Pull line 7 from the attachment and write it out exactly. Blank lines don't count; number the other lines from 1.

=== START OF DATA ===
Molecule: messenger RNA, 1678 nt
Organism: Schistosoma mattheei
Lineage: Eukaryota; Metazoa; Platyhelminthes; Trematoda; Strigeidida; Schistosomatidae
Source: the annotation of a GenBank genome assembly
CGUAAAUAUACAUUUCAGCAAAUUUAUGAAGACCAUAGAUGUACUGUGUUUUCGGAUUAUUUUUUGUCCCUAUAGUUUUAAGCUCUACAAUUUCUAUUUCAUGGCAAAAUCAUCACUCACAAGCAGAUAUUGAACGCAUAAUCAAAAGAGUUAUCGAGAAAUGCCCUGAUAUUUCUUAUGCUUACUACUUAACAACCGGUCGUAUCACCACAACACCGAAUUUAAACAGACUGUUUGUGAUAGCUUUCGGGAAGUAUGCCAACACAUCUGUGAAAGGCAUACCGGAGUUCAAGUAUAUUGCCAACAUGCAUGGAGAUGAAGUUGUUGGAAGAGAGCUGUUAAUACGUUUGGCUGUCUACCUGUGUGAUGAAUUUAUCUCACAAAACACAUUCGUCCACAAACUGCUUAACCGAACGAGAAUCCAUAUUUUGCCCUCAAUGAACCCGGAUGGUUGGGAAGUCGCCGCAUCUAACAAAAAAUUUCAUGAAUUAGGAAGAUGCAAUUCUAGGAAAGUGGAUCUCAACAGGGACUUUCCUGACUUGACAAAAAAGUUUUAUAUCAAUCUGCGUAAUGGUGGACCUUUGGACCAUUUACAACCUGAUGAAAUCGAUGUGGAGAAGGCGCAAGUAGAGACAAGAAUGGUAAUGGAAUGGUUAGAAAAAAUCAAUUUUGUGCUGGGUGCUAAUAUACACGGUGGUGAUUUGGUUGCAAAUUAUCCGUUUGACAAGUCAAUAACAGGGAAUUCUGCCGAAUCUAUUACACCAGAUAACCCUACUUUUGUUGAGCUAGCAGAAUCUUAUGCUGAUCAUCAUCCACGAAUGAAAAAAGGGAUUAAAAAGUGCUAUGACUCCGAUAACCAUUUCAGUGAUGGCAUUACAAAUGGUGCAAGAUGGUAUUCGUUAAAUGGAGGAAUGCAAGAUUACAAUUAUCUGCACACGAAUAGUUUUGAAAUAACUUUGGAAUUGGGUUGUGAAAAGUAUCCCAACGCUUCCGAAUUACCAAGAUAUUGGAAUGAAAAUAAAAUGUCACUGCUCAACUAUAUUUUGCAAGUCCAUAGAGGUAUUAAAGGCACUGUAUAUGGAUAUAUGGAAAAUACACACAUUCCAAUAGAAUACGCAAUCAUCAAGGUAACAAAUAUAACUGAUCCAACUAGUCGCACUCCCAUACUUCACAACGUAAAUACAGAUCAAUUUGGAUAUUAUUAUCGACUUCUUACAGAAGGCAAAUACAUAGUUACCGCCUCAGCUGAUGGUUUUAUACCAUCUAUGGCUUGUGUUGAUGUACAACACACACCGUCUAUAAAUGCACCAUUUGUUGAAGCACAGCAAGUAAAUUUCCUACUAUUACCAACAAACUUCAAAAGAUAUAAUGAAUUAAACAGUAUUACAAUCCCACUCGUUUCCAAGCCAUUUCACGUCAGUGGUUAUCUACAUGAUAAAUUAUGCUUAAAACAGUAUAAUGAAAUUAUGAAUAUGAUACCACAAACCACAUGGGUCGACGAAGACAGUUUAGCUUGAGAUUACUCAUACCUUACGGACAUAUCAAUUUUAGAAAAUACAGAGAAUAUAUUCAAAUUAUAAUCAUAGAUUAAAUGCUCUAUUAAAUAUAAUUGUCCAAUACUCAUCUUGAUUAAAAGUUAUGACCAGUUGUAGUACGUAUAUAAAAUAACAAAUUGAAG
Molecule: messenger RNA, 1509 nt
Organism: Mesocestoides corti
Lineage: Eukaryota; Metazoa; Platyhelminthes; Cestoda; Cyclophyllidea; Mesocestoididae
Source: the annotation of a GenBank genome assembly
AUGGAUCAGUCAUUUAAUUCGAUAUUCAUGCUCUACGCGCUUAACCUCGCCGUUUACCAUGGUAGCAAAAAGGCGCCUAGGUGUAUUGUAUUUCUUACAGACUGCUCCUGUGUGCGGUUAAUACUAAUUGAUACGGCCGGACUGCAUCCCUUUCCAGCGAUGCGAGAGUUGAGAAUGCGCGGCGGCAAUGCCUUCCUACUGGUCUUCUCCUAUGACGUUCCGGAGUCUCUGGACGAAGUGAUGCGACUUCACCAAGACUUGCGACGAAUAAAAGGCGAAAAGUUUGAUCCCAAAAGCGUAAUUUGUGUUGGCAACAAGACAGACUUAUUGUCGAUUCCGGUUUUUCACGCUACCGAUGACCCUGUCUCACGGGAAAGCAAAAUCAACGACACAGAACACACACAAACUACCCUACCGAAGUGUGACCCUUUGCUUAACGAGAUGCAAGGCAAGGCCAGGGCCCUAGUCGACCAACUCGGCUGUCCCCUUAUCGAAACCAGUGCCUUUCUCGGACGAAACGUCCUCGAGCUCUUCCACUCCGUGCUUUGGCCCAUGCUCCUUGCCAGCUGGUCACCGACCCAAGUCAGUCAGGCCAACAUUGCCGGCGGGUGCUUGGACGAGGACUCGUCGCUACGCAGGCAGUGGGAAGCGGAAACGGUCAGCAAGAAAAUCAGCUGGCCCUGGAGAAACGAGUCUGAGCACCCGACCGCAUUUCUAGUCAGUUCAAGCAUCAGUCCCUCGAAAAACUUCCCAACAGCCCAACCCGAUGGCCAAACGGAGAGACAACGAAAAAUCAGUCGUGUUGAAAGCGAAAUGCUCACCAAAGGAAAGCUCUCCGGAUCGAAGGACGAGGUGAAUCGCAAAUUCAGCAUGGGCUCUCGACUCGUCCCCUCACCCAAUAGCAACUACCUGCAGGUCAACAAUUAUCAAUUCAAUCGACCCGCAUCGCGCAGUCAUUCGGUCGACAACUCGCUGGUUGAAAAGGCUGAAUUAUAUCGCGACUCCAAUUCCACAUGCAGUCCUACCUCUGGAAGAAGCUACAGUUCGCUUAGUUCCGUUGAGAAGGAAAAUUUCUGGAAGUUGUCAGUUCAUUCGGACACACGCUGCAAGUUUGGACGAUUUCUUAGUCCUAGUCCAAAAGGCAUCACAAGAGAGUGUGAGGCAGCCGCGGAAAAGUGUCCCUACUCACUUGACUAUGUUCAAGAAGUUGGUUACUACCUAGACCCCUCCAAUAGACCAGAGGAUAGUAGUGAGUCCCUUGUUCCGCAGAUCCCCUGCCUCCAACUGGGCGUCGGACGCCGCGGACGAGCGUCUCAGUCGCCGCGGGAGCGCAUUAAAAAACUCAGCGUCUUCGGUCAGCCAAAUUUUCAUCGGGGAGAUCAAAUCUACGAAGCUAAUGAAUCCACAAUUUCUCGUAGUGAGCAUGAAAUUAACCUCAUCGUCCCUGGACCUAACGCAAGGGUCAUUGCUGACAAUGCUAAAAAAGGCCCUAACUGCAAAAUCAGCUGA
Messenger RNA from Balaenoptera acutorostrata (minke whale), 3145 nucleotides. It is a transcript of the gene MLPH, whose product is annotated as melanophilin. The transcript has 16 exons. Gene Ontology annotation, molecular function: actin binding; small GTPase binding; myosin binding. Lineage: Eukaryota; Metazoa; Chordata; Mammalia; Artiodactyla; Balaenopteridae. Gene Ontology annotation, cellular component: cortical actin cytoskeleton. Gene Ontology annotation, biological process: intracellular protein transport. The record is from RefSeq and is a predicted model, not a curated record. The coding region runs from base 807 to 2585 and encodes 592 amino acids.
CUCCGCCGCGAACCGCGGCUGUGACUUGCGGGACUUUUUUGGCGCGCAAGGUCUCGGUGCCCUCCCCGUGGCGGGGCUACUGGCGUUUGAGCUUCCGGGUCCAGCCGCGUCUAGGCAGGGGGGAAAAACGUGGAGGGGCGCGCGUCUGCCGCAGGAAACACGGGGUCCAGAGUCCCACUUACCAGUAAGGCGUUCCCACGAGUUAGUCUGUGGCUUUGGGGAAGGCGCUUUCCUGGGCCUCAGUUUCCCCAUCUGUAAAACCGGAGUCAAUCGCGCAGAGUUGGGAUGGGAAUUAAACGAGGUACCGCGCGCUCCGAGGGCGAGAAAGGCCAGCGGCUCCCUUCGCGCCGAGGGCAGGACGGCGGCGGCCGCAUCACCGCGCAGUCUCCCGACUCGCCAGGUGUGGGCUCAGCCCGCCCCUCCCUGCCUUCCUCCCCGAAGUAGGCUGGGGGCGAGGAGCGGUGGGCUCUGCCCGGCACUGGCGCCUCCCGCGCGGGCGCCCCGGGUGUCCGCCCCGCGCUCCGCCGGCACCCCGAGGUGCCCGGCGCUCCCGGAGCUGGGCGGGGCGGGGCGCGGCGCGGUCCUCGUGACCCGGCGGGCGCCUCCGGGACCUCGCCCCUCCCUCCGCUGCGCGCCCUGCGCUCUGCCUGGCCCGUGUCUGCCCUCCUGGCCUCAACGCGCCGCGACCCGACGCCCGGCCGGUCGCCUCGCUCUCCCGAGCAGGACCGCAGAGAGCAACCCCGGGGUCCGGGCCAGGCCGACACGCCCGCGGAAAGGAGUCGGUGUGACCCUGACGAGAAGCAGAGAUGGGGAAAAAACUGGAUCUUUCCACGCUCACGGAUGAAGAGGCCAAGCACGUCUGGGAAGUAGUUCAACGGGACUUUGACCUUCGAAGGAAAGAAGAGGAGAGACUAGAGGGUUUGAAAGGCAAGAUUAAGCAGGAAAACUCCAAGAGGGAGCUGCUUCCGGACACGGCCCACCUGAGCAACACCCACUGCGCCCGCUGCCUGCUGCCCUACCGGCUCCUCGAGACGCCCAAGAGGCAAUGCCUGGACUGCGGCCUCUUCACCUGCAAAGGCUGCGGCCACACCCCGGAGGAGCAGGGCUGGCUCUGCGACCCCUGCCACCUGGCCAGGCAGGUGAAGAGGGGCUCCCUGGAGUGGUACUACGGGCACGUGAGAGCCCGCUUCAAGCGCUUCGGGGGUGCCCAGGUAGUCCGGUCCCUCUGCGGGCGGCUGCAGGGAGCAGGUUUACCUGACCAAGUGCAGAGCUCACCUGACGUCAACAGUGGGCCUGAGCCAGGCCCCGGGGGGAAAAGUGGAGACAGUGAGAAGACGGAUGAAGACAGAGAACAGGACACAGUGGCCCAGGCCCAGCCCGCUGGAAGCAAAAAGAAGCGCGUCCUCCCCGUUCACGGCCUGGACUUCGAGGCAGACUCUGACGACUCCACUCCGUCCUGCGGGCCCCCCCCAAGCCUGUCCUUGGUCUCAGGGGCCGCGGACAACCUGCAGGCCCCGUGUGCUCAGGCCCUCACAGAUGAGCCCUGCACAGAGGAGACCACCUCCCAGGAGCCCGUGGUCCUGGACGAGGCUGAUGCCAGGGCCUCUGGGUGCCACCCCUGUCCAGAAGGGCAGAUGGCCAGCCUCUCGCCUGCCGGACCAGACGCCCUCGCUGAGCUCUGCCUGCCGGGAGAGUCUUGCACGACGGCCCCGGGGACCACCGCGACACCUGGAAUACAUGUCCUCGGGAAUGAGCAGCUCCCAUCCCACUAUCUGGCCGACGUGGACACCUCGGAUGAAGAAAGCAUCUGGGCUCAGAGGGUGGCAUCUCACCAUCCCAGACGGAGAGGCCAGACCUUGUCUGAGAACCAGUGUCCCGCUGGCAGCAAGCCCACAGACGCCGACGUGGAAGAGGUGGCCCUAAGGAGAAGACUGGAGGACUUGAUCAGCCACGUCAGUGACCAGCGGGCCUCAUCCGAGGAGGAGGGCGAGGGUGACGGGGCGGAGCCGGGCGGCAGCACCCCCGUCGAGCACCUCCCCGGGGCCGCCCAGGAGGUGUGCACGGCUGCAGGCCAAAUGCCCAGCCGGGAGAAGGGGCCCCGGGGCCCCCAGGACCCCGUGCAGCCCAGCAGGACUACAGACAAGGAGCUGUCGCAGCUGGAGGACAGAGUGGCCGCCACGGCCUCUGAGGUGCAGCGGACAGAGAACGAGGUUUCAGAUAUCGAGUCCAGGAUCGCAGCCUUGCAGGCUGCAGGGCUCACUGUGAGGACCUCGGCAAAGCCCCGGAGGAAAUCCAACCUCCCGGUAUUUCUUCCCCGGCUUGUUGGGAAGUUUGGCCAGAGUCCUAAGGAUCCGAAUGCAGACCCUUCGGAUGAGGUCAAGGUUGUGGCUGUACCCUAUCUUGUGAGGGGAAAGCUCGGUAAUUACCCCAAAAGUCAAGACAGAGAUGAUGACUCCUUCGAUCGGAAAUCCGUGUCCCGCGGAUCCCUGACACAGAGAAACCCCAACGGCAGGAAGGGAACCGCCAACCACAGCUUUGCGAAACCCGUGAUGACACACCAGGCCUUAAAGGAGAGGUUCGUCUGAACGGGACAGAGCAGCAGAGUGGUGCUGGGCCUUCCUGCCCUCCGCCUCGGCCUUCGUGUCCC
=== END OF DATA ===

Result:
Organism: Mesocestoides corti